Improvements in the ability to control uveitis prior to cataract surgery, the development of new surgical instruments that can minimize the invasiveness and risks of the operation, and the advent of viscosurgery have combined to produce superior outcomes in uveitic cataract patients. The long-term prognosis for visual rehabilitation in these patients, however, is still largely dependent upon achieving the following outcomes in 3 principal areas of disease management:
||The successful remission of uveitis and its associated complications (glaucoma, macular edema) prior to cataract surgery|
||The confirmation or careful categorization of the diagnosis or underlying type of uveitis in the patient|
||The selection of appropriate surgical and postoperative techniques|
Inducing durable remission of uveitis and limiting steroid usage will prevent or minimize the development of vision-robbing maculopathy and optic neuropathy in uveitis patients. In fact, this may even prevent the development of cataract in the first place. Once the uveitic cataract has developed, however, it will eventually need to be removed, and the single most important predictor of whether or not the surgery will be successful is the degree to which the ophthalmologist has succeeded in prevailing over all active inflammation.
Despite the fact that uveitic eyes on topical steroids appear to be quiescent, there have still been many poor outcomes after cataract surgery in such eyes. Most authorities now believe that the patient’s uveitis should be in total remission (i.e., quiet or off topical steroids completely) for a minimum of 3 months prior to cataract surgery. This is the “definitive” monitor of whether or not uveitis is truly in remission with other drug strategies. This approach commonly requires the employment of steroid-sparing immunomodulatory therapy in patients with multiply recurrent or chronic uveitis.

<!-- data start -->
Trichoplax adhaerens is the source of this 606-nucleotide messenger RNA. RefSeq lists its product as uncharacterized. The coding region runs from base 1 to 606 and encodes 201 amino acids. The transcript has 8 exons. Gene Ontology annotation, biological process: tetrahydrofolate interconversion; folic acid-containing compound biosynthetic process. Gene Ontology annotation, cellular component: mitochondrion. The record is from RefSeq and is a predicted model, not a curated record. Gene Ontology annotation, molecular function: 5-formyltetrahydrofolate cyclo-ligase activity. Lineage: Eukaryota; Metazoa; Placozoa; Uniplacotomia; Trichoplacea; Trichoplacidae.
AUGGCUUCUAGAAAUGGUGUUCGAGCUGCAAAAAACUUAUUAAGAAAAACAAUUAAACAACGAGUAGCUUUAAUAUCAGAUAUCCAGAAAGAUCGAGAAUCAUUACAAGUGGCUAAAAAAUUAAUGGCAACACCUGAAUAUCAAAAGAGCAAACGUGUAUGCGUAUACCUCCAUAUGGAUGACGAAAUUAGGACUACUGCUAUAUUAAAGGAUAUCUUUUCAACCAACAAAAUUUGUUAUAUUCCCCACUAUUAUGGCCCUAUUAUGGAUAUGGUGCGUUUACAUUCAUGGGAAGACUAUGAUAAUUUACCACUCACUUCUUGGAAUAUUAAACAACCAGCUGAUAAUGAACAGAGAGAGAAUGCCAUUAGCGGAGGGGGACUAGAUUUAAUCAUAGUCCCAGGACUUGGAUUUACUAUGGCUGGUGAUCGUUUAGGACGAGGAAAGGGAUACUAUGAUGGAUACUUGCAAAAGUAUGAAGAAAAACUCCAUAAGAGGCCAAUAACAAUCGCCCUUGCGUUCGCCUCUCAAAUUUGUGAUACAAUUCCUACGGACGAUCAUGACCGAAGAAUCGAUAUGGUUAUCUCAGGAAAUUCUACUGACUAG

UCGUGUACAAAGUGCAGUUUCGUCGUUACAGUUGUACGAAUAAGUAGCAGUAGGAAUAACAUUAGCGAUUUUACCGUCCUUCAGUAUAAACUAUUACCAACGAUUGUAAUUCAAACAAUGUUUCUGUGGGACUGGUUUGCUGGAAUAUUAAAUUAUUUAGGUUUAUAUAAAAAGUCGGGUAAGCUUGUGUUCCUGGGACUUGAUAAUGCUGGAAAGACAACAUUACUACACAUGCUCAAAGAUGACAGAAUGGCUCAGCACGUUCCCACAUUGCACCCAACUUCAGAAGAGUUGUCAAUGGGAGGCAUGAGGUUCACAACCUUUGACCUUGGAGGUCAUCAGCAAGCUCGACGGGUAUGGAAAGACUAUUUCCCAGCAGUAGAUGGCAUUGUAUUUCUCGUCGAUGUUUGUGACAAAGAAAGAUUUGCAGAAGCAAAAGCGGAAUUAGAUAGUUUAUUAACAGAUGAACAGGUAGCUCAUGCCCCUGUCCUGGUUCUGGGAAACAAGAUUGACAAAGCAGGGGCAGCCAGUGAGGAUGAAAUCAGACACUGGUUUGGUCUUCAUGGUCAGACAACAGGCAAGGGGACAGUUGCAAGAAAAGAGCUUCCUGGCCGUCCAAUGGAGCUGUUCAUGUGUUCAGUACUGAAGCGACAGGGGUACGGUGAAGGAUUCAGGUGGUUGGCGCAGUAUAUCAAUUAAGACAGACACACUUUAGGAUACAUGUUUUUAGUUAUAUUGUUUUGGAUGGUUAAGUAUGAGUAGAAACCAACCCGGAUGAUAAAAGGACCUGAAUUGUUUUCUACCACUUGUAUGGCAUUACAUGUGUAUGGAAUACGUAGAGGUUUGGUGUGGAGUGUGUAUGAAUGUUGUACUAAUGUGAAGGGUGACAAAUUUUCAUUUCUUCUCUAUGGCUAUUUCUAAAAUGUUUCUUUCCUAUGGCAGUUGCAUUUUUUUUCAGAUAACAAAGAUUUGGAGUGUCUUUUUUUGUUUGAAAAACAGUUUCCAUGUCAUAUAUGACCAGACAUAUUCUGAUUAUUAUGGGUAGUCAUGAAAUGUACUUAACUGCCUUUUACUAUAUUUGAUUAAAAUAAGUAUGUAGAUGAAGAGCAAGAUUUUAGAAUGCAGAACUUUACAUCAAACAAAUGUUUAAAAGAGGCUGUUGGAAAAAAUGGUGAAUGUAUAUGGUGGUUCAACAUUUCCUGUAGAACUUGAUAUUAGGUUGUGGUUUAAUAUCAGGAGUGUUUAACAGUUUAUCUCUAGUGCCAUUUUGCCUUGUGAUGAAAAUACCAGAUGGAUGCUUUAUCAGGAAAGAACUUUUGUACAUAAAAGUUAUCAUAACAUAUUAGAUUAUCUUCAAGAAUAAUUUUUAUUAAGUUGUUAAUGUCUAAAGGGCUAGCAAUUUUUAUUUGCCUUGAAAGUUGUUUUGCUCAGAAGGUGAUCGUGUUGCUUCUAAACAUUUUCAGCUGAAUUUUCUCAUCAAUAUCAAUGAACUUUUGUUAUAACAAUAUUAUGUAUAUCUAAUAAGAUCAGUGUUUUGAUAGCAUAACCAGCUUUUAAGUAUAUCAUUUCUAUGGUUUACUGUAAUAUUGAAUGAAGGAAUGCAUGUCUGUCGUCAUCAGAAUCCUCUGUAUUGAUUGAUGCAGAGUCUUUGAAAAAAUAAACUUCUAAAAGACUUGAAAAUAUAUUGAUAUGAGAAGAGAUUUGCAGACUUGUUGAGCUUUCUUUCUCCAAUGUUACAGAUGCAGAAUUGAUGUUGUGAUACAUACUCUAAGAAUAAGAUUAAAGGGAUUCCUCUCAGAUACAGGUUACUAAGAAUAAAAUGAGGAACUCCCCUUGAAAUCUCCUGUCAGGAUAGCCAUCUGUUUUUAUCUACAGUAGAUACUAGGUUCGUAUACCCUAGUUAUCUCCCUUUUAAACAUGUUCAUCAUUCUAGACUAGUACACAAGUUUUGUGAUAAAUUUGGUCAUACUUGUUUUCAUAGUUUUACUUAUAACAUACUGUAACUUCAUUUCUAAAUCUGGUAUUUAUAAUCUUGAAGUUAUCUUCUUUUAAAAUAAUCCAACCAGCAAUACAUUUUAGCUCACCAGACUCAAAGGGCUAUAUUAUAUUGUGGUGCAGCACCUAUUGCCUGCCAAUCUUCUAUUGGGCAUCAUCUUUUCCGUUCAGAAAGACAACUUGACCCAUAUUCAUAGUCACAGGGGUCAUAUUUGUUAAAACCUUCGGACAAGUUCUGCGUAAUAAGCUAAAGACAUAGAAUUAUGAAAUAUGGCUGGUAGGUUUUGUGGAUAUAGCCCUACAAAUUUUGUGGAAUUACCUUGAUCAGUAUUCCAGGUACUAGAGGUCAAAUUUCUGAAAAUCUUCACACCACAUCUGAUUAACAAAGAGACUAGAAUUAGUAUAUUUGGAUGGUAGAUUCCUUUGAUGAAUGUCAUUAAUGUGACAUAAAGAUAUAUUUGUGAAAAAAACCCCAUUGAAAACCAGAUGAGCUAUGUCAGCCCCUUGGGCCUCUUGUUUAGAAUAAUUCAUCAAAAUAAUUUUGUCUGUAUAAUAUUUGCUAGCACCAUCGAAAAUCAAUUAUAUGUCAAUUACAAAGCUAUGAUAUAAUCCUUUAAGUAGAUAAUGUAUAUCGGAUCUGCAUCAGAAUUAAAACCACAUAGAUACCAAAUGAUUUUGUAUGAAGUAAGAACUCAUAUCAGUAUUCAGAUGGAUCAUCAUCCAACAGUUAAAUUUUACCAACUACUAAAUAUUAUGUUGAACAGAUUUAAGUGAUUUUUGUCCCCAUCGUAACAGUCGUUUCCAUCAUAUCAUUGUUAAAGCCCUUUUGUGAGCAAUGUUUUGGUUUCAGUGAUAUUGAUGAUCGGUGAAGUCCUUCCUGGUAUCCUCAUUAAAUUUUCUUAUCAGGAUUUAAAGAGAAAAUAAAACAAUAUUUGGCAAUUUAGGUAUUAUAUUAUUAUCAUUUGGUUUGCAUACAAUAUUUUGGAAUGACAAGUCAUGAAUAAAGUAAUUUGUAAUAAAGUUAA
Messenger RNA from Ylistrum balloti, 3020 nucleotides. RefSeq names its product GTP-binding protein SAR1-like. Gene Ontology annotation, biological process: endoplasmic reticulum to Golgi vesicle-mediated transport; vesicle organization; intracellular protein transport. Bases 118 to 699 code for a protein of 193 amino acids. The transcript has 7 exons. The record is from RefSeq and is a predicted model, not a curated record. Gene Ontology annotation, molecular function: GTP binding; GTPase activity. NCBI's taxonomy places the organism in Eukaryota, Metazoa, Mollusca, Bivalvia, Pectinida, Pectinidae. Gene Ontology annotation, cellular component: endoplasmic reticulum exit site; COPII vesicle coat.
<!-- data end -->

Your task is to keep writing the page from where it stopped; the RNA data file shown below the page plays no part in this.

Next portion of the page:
Perioperative supplementation of such therapy with a brief course of systemic corticosteroids (e.g., prednisone at 1 mg per kilogram per day, beginning 2 days prior to surgery and rapidly tapering after surgery, such that all systemic steroid has been discontinued by 3 weeks after surgery) and systemic nonsteroidal, anti-inflammatory medication (Celecoxib, 200 mg PO bid) as well as the same medication classes topically (e.g., 1% prednisolone acetate q.i.d. and Bromfenac ophthalmic solution 0.09% bid beginning 2 days prior to surgery) optimizes the likelihood of successful surgery and diminishes the likelihood of an overly exuberant postoperative inflammatory response to the surgery.
Risks and Indications for Intraocular Lens Implants
The available data indicate that hydrophobic acrylic intraocular lens implants (IOLs) are probably best for patients with a past history of uveitis (J Cataract Refract Surg. 2002;28:2096-3108). But even with the most elegant phacoemulsification cataract surgery with in-the-bag hydrophobic acrylic lens implant, some patients develop giant cell deposits on both the front and back surface of the IOL, and they even develop inflammatory membranes encompassing the implant (inflammatory “cocoon”). Multiple yttrium aluminium garnet (YAG) laser IOL “polishing” sessions and membranectomies often fail to stop this recurrent process, eventually making it quite clear that the eye is “intolerant” to the presence of an intraocular foreign body such as an IOL.
The best available evidence suggests that young children (less than age 15) with juvenile idiopathic, arthritis-associated uveitis are most at risk for this phenomenon as well as patients with sarcoidosis-associated pars planitis and selected individuals with a history of panuveitis (Int Ophthalmol Clin. 2000;40:107-116). Ophthalmologists would be well advised to document their extensive conversation with the patient and/or parent on the matter of both the risks and the benefits of IOL implant incorporation into the surgical plan prior to the surgical date (Curr Opin Ophthalmol. 2003;14:1-6).
The author states that he has no financial relationship with the manufacturer or provider of any product or service discussed in this article or with the manufacturer or provider of any competing product or service.